By Jeff Starck Mar. 24, 2011 Marshfield News Herald
Immigrant support groups from throughout Wisconsin say Gov. Scott Walker is targeting minority communities in his proposed budget by taking away vital resources to help balance Wisconsin’s budget.
Walker’s bill proposes to repeal in-state tuition for undocumented students, eliminate Food Share benefits for legal immigrants and deny access to prenatal care for undocumented pregnant women.
Christine Neumann-Ortiz, executive director of the Milwaukee-based immigrant-rights group Voces de la Frontera, said the bill takes away resources for people who have lived in the U.S. for most of their lives. Neumann-Ortiz said the country’s immigration system, which has not been changed since the mid-1980s, can require people to wait years for documents to establish their residency status.
That makes it difficult for young adults who are starting families and trying to obtain an affordable college education, she said. Neumann-Ortiz noted that even undocumented immigrants must pay taxes and file tax reports even though they don’t qualify for all state aid programs.
“The youths are caught in a broken immigration system,” she said. “They are not getting a free ride. This isn’t anything their family hasn’t paid for.”
Jamely Trevino, a translator for the Merrill-based nonprofit support group Comunidad Hispana, said that Walker’s bill frightens many people in the central Wisconsin’s Hispanic community, but few actually use those programs.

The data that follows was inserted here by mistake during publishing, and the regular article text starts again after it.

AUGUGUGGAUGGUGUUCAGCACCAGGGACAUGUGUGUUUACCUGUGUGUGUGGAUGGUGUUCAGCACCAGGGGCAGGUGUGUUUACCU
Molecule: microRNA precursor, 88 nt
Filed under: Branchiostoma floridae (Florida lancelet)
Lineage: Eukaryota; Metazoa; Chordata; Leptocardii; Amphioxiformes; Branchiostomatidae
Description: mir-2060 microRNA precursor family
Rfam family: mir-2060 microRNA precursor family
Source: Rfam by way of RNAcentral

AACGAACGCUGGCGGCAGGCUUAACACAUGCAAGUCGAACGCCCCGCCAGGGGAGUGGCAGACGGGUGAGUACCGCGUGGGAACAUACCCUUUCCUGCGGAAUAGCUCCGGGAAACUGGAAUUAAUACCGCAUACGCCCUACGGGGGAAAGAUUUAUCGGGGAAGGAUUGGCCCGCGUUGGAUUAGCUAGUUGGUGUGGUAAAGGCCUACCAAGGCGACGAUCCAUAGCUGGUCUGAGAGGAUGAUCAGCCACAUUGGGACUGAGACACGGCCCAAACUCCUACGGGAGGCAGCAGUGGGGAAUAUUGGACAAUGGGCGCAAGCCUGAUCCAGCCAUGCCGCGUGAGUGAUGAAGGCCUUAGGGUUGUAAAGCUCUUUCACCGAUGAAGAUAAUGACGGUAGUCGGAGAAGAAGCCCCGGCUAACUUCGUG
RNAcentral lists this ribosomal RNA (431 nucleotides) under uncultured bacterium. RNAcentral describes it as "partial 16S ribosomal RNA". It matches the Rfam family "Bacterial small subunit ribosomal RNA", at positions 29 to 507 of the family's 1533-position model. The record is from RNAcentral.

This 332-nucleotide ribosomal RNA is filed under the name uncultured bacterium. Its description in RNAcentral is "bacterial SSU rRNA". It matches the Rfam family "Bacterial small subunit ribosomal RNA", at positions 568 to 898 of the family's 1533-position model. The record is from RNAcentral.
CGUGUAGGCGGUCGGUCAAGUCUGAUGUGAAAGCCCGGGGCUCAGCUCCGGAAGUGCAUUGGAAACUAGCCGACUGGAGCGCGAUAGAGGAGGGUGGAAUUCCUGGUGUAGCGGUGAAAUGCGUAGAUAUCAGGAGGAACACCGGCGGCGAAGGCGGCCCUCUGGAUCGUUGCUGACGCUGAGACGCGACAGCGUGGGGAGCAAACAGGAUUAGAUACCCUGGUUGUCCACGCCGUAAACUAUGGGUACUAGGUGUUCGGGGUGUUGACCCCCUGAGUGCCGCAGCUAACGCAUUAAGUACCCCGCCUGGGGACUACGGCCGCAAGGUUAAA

Walker’s budget cuts come on the heels of a proposed bill by Rep. Don Pridemore, R-Hartford, that would make people arrested or charged with a crime in Wisconsin prove they were legally in the United States or they would be reported to federal immigration officials. The bill is similar to one passed in Arizona that has drawn criticism and lawsuits to block parts of the law.
Trevino said the bill, if made law, would scare away Hispanic families who are taking agricultural jobs that non-Hispanics refuse to do. Neumann-Ortiz said Pridemore’s bill would be challenged in court.
Peter Yang, executive director of the Wausau Area Hmong Mutual Association, said most Southeast Asians in central Wisconsin are legal residents, but an Arizona-type immigration law would affect every non-Caucasian person in the state.
“If you are from a different ethnic background and you’re stopped by law enforcement, they would be more likely to check your (status),” Yang said.